DOWN THE WINDING ROAD

A poignant story about enduring bonds adds a special touch to a common family experience. Every summer, the young narrator of the story, her brother, and their parents drive far out of the city into the country to visit the “Old Ones,” the aunts and uncles who raised the children’s father. When all seven greet the newly arrived visitors, the love and affection between the generations almost jumps off the page. As one of the uncles shows the two children old framed photos on a wall in the house and as the family eats together, the sense of continuity among all the members of the family and the fondness each one feels for each other, for the house, and for the countryside is almost palpable. While the children play in the trees and lake where the Old Ones and the children’s father once played, the Old Ones retell the familiar stories about their own childhoods. Of course, the inevitable comes—summer vacation ends and the visitors go back to the city. The illustrations, painted in oils, ably complement the text. The double-page spreads of grassy meadows and fields, which bleed off the page, work especially well, better perhaps than the pages with white backgrounds, which feel somehow too empty. A fine book about a strong African-American family and a moving story about the relationship between children and the older members of a family that doesn’t involve death, Alzheimer’s Disease, or dwell too heavily on other problems of aging. (Picture book. 4-8)

Pub Date: March 1, 2000

ISBN: 0-7894-2596-3

Page Count: 32

Publisher: DK Publishing

Review Posted Online: May 20, 2010

Kirkus Reviews Issue: April 1, 2000

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A DOG NAMED SAM

A book that will make young dog-owners smile in recognition and confirm dogless readers' worst suspicions about the mayhem caused by pets, even winsome ones. Sam, who bears passing resemblance to an affable golden retriever, is praised for fetching the family newspaper, and goes on to fetch every other newspaper on the block. In the next story, only the children love Sam's swimming; he is yelled at by lifeguards and fishermen alike when he splashes through every watering hole he can find. Finally, there is woe to the entire family when Sam is bored and lonely for one long night. Boland has an essential message, captured in both both story and illustrations of this Easy-to-Read: Kids and dogs belong together, especially when it's a fun-loving canine like Sam. An appealing tale. (Picture book. 4-8)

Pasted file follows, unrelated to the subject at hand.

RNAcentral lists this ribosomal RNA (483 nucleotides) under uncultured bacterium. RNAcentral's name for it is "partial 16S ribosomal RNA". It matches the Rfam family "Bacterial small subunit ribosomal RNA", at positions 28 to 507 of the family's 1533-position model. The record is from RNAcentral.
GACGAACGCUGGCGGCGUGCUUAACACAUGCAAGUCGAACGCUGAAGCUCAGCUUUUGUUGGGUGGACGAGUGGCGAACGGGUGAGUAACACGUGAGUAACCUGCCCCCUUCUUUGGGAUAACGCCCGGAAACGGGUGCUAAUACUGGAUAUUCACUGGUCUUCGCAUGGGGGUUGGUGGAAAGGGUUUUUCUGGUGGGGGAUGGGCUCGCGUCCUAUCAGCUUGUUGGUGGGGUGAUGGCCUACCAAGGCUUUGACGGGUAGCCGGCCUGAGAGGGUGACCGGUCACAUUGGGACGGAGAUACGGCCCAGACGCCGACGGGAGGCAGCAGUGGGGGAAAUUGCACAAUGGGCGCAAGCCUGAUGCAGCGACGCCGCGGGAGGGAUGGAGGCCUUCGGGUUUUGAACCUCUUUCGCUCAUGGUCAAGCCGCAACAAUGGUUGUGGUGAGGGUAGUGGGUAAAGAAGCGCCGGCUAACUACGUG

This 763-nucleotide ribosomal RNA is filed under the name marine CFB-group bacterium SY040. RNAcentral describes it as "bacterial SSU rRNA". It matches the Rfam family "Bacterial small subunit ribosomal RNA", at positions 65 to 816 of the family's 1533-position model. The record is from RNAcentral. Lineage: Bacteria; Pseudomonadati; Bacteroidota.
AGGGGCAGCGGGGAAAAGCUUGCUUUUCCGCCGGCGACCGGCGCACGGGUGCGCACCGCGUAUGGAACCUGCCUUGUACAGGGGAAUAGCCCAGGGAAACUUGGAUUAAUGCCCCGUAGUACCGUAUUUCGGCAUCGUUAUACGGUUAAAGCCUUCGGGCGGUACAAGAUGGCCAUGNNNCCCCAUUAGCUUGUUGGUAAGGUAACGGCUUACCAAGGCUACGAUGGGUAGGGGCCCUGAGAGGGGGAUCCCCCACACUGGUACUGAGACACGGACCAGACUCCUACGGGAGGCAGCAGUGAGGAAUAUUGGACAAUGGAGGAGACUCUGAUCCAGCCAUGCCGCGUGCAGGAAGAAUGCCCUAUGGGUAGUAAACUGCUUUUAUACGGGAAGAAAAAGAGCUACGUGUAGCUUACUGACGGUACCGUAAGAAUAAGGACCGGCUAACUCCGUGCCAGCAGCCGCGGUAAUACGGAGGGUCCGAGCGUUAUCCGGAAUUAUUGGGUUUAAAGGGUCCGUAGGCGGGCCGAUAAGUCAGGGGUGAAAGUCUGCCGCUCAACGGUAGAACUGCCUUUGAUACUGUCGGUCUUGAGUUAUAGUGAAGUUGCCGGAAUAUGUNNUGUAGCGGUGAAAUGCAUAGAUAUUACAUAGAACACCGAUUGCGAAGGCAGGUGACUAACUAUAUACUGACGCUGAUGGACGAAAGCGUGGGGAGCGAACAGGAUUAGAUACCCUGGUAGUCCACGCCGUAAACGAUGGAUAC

Pub Date: April 1, 1996

ISBN: 0-8037-1530-7

Page Count: 40

Publisher: Dial Books

Review Posted Online: May 20, 2010

Kirkus Reviews Issue: Feb. 1, 1996

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HELLO, HARVEST MOON

As atmospheric as its companion, Twilight Comes Twice, this tone poem pairs poetically intense writing with luminescent oils featuring widely spaced houses, open lawns, and clumps of autumnal trees, all lit by a huge full moon. Fletcher tracks that moon’s nocturnal path in language rich in metaphor: “With silent slippers / it climbs the night stairs,” “staining earth and sky with a ghostly glow,” lighting up a child’s bedroom, the wings of a small plane, moonflowers, and, ranging further afield, harbor waves and the shells of turtle hatchlings on a beach. Using creamy brushwork and subtly muted colors, Kiesler depicts each landscape, each night creature from Luna moths to a sleepless child and her cat, as well as the great moon sweeping across star-flecked skies, from varied but never vertiginous angles. Closing with moonset, as dawn illuminates the world with a different kind of light, this makes peaceful reading either in season, or on any moonlit night. (Picture book. 6-8)

Pub Date: Sept. 22, 2003

ISBN: 0-618-16451-0

Page Count: 32

Publisher: Clarion Books

Review Posted Online: May 20, 2010

Kirkus Reviews Issue: Sept. 15, 2003

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